G-Shocks, which charge in a staggering array of designs from hot pink to camo, can now be inaugurate on the wrists of outlandishly dressed Japanese teenagers, special ops soldiers and hip-hop superstars, while Casio’s more moderate Edifice line – which boasts a wealth of tech subsuming Bluetooth sync, smart crown access and world-time setting – appeals to the suits.
In 2014, the company introduced the first compound time-keeping system, which uses both Global Localizing System (GPS) and Casio’s Multi Band 6 technology to allow a G-Shock to acquire radio signals for consistently precise timekeeping.
At Casio’s mills, staff are taught the importance of monozukuri, which translates as craftsmanship and humour, so – despite the fact that its products are constructed by robots on a conveyor region, rather than by the steady hand of an artisan watchmaker in a unrelated Swiss hamlet – Casio’s still serious about the importune that it does.
Understated in black-hearted grey, this analogue-digital hybrid isn’t just for teenagers who act too much Call of Duty. But thanks to its contrast blue neon approaches, it still packs the aesthetic punch G-Shock has made its renown on.
Shockproof, waterproof to 200 metres and able to cover 29 formerly zones, this one’s built for almost anything.
Swathe out affordable watches for almost a century, Citizen has made strapping strides in quartz technology since its foundation in 1930. The kind’s celebrated Eco-Drive range includes watches that use consequent or artificial light (absorbed through the dial) to power a battery that order never need replacing. And like Casio, it’s also manumited its own satellite-syncing watches (the Satellite Wave collection) – reassuring accuracy at the touch of a button no matter where you’ve just ignited down.
Citizen’s main draw, though, is its broad spectrum of amount points. Ranging from around £100 to £2000, the discredit offers more models than you can shake a lacquered chopstick at. Whether you necessity an automatic chronograph, solar-powered military timepiece in khaki inflections or a fuss-free dress watch, Citizen has you covered.
In 2012, the circle took the industry by surprise when it acquired a respected Swiss innards maker, Manufacture La Joux-Perret, proving it’s got eyes for something other than quartz, and fortifying its commitment to expanding the mechanical arm of its business. Watch this accommodation.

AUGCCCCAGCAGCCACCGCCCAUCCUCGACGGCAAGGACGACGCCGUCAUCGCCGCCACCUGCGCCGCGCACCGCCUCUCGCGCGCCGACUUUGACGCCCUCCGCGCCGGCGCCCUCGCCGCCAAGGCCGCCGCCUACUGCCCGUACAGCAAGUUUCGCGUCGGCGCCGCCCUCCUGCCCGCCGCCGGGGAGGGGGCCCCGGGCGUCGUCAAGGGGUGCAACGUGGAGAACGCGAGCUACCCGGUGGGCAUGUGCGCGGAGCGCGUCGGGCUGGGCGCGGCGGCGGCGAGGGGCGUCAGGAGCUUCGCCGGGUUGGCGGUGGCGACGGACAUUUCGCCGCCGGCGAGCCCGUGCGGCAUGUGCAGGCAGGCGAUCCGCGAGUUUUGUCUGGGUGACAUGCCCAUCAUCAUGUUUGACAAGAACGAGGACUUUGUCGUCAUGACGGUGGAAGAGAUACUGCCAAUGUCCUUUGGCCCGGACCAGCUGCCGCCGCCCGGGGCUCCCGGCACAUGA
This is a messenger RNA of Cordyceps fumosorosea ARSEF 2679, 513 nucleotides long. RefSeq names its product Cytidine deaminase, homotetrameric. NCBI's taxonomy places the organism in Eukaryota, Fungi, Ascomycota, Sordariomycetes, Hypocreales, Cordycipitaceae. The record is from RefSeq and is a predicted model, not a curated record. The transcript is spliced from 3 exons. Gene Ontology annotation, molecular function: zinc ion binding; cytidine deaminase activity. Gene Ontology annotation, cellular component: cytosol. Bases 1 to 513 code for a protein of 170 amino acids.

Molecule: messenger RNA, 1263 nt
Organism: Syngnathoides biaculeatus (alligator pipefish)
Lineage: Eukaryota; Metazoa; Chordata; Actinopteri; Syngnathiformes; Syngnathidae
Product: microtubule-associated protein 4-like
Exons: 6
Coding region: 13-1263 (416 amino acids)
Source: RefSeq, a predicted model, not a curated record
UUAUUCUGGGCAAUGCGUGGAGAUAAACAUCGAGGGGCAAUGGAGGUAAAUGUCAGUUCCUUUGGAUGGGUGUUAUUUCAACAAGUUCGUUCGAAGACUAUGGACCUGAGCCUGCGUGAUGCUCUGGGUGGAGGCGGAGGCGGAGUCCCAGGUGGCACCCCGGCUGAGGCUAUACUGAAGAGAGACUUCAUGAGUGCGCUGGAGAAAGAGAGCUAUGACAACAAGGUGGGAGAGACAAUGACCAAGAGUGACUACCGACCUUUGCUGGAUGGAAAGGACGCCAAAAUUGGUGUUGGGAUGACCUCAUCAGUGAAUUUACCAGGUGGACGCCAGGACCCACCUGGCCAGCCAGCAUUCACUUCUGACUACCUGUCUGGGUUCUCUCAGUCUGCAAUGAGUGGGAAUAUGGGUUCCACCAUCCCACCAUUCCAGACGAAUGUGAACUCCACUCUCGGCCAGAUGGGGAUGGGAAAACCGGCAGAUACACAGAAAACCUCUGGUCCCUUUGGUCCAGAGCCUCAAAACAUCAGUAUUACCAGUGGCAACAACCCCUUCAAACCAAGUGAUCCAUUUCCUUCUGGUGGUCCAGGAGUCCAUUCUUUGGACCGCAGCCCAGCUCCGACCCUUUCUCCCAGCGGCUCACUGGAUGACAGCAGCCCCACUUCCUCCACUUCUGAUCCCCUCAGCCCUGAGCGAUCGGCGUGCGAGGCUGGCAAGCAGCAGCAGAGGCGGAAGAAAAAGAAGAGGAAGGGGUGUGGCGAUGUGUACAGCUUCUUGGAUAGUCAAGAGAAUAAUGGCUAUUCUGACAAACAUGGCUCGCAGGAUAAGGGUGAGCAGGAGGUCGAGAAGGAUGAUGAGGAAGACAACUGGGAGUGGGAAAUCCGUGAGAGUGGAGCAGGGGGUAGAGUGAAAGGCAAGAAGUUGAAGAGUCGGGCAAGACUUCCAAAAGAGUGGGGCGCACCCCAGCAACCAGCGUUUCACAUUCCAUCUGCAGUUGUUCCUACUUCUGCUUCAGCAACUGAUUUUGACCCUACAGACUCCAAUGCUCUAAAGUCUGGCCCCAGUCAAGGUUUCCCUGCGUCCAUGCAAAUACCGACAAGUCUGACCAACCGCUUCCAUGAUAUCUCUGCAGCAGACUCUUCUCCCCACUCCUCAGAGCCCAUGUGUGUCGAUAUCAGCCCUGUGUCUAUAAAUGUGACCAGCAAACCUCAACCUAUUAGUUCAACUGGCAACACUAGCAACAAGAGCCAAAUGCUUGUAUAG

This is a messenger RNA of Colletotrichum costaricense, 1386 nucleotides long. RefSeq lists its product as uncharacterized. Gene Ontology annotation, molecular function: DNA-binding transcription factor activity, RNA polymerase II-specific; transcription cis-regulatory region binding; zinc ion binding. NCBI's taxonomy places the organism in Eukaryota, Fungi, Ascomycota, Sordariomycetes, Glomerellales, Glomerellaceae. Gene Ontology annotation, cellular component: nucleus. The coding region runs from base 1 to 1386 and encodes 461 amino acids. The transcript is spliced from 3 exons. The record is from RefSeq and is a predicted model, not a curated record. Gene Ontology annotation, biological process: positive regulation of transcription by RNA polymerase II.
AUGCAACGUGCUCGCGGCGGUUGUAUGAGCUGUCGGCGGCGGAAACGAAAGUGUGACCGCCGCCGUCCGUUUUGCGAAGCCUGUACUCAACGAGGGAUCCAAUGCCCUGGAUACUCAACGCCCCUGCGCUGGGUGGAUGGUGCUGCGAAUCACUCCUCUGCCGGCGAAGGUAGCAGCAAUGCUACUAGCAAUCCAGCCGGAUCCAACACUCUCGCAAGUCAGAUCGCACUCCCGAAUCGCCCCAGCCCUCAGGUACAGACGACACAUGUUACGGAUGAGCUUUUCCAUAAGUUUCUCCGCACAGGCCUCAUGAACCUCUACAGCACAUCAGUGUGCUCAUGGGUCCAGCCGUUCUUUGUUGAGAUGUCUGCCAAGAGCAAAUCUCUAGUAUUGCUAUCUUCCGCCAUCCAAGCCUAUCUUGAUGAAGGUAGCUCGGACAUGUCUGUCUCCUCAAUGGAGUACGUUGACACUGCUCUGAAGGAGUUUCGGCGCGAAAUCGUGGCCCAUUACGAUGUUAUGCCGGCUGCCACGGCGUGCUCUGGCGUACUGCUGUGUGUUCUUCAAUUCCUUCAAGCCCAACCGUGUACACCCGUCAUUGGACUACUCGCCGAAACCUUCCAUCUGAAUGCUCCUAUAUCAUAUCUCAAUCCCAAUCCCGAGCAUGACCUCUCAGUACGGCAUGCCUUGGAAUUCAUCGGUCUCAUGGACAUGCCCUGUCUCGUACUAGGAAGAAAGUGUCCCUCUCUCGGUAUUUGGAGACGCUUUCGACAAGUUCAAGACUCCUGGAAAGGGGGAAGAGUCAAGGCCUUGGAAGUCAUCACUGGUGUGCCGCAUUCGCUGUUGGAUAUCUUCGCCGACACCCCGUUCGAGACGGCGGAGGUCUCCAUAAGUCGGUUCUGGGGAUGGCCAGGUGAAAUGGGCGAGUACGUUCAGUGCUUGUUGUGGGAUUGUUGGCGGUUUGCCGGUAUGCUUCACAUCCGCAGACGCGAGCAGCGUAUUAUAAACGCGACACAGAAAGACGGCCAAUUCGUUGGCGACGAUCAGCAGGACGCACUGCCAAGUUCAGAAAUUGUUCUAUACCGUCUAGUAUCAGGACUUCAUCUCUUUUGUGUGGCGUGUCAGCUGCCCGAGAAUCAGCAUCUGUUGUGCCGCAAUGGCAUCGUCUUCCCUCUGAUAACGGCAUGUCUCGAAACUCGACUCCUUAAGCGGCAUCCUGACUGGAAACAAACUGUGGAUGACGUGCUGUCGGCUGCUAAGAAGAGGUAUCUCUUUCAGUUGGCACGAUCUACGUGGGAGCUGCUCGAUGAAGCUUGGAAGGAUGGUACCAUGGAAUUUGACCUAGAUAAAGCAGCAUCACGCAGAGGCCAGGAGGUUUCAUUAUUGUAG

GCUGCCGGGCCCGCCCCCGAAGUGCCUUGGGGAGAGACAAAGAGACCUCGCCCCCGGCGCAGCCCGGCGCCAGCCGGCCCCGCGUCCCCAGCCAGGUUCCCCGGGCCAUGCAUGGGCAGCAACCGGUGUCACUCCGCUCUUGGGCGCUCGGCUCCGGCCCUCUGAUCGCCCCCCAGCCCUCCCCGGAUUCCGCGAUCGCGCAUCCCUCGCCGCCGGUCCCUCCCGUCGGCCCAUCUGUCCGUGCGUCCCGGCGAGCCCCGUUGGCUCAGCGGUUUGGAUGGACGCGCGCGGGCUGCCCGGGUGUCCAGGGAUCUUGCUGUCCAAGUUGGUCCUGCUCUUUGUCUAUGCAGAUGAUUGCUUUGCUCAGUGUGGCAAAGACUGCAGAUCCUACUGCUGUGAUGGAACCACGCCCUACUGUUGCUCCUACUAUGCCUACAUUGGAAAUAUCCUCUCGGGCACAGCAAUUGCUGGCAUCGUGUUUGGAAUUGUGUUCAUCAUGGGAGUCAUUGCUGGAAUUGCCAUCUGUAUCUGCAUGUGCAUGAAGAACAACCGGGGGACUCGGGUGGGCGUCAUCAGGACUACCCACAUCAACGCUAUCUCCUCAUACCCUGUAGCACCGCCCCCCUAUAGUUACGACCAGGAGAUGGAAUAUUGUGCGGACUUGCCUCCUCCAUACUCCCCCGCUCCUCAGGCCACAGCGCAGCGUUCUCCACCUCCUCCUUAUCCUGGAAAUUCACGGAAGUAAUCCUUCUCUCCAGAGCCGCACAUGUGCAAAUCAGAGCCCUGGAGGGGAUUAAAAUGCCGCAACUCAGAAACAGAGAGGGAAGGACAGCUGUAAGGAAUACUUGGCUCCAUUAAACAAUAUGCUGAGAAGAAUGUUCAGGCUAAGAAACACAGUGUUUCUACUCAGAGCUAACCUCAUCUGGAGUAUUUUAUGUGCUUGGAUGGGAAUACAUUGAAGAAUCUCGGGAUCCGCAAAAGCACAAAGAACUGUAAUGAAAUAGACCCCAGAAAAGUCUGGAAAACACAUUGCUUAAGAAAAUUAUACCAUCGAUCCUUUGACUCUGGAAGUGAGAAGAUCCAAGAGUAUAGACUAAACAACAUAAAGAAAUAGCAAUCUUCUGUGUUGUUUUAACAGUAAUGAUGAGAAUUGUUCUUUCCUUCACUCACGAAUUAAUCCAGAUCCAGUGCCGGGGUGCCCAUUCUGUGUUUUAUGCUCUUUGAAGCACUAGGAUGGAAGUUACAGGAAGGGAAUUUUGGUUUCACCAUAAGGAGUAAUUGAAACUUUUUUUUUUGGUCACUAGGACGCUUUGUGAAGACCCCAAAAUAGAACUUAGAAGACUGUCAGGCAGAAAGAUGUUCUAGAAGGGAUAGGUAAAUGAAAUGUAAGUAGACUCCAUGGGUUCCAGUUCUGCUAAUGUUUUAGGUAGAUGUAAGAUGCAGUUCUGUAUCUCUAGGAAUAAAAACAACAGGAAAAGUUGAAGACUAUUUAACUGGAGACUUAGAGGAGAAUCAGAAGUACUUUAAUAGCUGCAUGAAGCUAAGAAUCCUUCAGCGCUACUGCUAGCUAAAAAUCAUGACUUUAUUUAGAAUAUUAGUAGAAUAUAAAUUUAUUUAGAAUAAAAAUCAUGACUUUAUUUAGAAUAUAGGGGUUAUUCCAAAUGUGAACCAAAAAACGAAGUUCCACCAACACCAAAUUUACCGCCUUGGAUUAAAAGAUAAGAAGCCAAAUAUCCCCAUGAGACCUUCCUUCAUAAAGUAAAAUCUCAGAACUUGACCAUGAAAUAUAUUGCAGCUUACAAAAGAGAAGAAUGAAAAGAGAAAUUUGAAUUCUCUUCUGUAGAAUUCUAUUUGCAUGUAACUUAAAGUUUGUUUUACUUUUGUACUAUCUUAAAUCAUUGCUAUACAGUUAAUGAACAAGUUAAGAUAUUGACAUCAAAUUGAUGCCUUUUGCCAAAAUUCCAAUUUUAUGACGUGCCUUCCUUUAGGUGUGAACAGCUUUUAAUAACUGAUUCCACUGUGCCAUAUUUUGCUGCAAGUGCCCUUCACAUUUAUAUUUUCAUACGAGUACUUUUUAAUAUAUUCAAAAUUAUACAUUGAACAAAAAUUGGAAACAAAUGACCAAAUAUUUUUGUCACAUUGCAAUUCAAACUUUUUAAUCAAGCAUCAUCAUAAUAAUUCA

Avion Eco-Drive AW1361-10H
Although it effectiveness look like a vintage pilot’s watch, the Avion AW1361-10H is in actuality anything but.
Along with its tasteful rich brown leather strap and compare stitching, it comes fitted with Citizen’s Eco-Drive technology – spirit your wrist gets both timeless style and fresh tech.
At a mere 66 years old, Seiko Society subsidiary Orient is the baby of the ‘Big Four’ Japanese watch companions. Which is somewhat surprising since – seemingly reluctant to battle with Casio and Citizen for high-tech bragging rights – its centre is mechanical watches instead of quartz ones, while its produce consists mostly of timepieces that are variations on its classic cuts, rather than an army’s worth of kitted-out options.
The mark’s elegantly unfussy dress watches have a fifties towards, while its diving models – fit with brightly coloured dials and dirk bracelets – offer a more statement-making take on timeless variety.
Orient Classic Automatic ES00005B
A gem from Condition’s Classic Automatic range, this dress watch blows elegant dauphine hands and a single Roman numeral at 12 o’clock, and also ascertains the day and the date without cluttering up the dial.
Its winding crown, unusually positioned between 3 o’clock and 4 o’clock, goes this one for men who like their wristwear elegant, yet unexpected.
Are there any other Japanese watchmakers we should get to recognize? And do you think Japan or Switzerland holds the title as the top destination for prominence timepieces?
Comment below to let us know.